Richard sits in on the CFRA Ottawa morning show with guest host Matt Harris to talk the new movies coming to theatres, VOD and streaming services including Gal Gadot’s return to superhero-dom in “Wonder Woman 1984” (available in theatres and as a 48-hour rental on various digital movie stores for $29.99), the existential animation of “Soul” (Disney+), the timely sci fi of George Clooney’s “The Midnight Sky” (Netflix), Tom Hanks, western style in “News of the World” and “Chicago 10” (The Impact Series, VOD/Digital).
“Chicago 10,” a documentary that echoes the events detailed in the recent Netflix drama “The Trial of the Chicago 7,” brings a sense of immediacy and even anarchy to an often-told story.
Director Brett Morgen uses mixed media, a amalgamate of archival footage and animation set to a soundtrack of edgy protest music, to tell the tale of one of the defining events of 1968. In an unsettled and unsettling year, a trial saw 60s counterculture icons Abbie Hoffman and Jerry Rubin of the Youth International Party, and assorted radicals David Dellinger, Tom Hayden, Rennie Davis, John Froines, and Lee Weiner charged with conspiracy and inciting to riot stemming from their actions at the anti-Vietnam War protests in Chicago, Illinois, during the 1968 Democratic National Convention. Black Panther Bobby Seale had his case severed from the others but earns considerable coverage here.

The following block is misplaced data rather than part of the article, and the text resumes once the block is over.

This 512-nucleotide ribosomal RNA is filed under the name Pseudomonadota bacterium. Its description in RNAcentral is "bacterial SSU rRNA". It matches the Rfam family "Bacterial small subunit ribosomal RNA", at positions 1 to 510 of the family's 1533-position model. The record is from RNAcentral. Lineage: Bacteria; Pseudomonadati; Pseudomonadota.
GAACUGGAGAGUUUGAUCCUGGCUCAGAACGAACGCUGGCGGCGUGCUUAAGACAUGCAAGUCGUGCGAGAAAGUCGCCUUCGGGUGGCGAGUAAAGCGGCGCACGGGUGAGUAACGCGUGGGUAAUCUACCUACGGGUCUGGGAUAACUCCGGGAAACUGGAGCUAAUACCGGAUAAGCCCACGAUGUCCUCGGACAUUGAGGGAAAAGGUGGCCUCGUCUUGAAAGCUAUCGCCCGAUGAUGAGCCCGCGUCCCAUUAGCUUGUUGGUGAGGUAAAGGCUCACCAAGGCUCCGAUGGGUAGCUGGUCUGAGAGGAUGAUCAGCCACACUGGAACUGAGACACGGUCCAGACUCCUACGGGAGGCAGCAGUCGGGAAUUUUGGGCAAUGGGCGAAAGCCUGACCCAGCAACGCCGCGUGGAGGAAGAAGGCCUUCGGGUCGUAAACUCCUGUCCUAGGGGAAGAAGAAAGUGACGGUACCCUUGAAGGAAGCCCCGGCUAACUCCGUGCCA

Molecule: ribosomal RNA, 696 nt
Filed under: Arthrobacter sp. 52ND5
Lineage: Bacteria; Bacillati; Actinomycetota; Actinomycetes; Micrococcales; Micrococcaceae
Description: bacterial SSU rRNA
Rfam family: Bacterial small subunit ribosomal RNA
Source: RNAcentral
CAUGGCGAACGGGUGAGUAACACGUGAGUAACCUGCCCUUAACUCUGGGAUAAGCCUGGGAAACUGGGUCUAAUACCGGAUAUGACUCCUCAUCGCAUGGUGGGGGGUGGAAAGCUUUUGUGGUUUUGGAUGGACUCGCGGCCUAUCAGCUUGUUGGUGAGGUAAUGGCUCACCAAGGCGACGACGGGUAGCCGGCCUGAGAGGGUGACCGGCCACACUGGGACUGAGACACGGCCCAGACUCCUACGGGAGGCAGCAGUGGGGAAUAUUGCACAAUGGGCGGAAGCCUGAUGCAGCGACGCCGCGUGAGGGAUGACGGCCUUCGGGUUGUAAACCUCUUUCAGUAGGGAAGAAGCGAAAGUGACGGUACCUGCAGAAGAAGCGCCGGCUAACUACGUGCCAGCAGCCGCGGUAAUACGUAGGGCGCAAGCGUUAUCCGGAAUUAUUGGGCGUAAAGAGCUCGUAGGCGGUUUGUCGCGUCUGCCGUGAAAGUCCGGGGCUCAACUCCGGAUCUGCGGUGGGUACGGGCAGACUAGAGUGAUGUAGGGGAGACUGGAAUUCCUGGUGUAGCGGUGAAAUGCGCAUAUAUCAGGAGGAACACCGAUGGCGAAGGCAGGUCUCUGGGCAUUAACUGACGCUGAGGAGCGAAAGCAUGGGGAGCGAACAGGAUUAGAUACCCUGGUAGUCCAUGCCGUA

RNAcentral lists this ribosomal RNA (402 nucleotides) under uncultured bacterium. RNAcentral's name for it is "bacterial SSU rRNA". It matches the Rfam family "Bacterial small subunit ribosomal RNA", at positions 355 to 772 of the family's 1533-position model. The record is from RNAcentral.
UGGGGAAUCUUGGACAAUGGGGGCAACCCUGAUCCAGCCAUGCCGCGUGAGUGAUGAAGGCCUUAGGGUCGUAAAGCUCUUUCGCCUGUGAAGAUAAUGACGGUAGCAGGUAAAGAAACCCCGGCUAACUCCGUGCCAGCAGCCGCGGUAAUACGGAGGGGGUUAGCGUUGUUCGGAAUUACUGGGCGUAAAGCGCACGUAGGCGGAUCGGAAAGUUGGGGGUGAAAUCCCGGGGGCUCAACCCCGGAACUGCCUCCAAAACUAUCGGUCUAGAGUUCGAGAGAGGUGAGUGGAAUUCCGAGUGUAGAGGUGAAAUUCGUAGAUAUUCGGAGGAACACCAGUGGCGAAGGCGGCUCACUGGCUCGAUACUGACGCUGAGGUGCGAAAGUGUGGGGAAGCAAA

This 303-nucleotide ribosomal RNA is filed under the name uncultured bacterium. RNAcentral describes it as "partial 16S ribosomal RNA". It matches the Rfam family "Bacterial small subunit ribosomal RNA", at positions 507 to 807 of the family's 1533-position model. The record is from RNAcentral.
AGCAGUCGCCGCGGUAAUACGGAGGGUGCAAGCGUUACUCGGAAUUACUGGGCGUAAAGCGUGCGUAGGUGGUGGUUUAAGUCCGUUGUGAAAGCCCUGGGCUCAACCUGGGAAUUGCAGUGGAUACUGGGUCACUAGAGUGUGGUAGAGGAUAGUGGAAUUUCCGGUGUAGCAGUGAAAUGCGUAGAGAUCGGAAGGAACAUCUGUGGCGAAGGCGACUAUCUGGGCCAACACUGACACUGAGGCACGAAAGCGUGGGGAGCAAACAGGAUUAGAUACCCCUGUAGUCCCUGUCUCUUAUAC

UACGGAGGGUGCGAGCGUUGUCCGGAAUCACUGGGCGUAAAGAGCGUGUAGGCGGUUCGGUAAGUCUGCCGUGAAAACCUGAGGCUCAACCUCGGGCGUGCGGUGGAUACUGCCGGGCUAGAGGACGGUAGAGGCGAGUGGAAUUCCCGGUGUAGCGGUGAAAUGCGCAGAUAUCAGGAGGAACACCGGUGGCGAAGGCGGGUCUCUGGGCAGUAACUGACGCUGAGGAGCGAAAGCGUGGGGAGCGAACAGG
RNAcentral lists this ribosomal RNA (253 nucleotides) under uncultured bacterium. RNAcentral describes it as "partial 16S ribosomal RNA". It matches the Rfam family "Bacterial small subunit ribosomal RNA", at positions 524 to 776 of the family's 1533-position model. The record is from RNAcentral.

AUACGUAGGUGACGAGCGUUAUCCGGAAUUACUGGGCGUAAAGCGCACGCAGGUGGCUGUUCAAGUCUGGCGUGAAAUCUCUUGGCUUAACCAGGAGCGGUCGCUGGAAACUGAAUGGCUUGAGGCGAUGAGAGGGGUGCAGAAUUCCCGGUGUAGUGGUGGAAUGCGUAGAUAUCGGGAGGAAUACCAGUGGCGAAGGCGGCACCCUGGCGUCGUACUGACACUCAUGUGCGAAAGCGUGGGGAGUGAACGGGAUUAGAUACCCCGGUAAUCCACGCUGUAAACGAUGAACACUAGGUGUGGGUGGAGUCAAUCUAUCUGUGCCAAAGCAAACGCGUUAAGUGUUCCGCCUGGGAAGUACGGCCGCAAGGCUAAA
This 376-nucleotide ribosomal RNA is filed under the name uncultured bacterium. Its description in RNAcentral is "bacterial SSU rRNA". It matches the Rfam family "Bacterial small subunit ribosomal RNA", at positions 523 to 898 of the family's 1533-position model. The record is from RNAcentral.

The story, based on transcripts and rediscovered audio recordings, is familiar but Morgen’s film is as much an experience as it is a straightforward documentary. His mix and match of styles brings with it an energy that captures the wild ‘n woolly climate of the times, from the hippies and the Yippies to the general atmosphere in Chicago. It’s trippy with a vibrant social awareness that side steps many of the cliches used in portraying the times.
“Chicago 10” is a digital release as part of the Impact Series.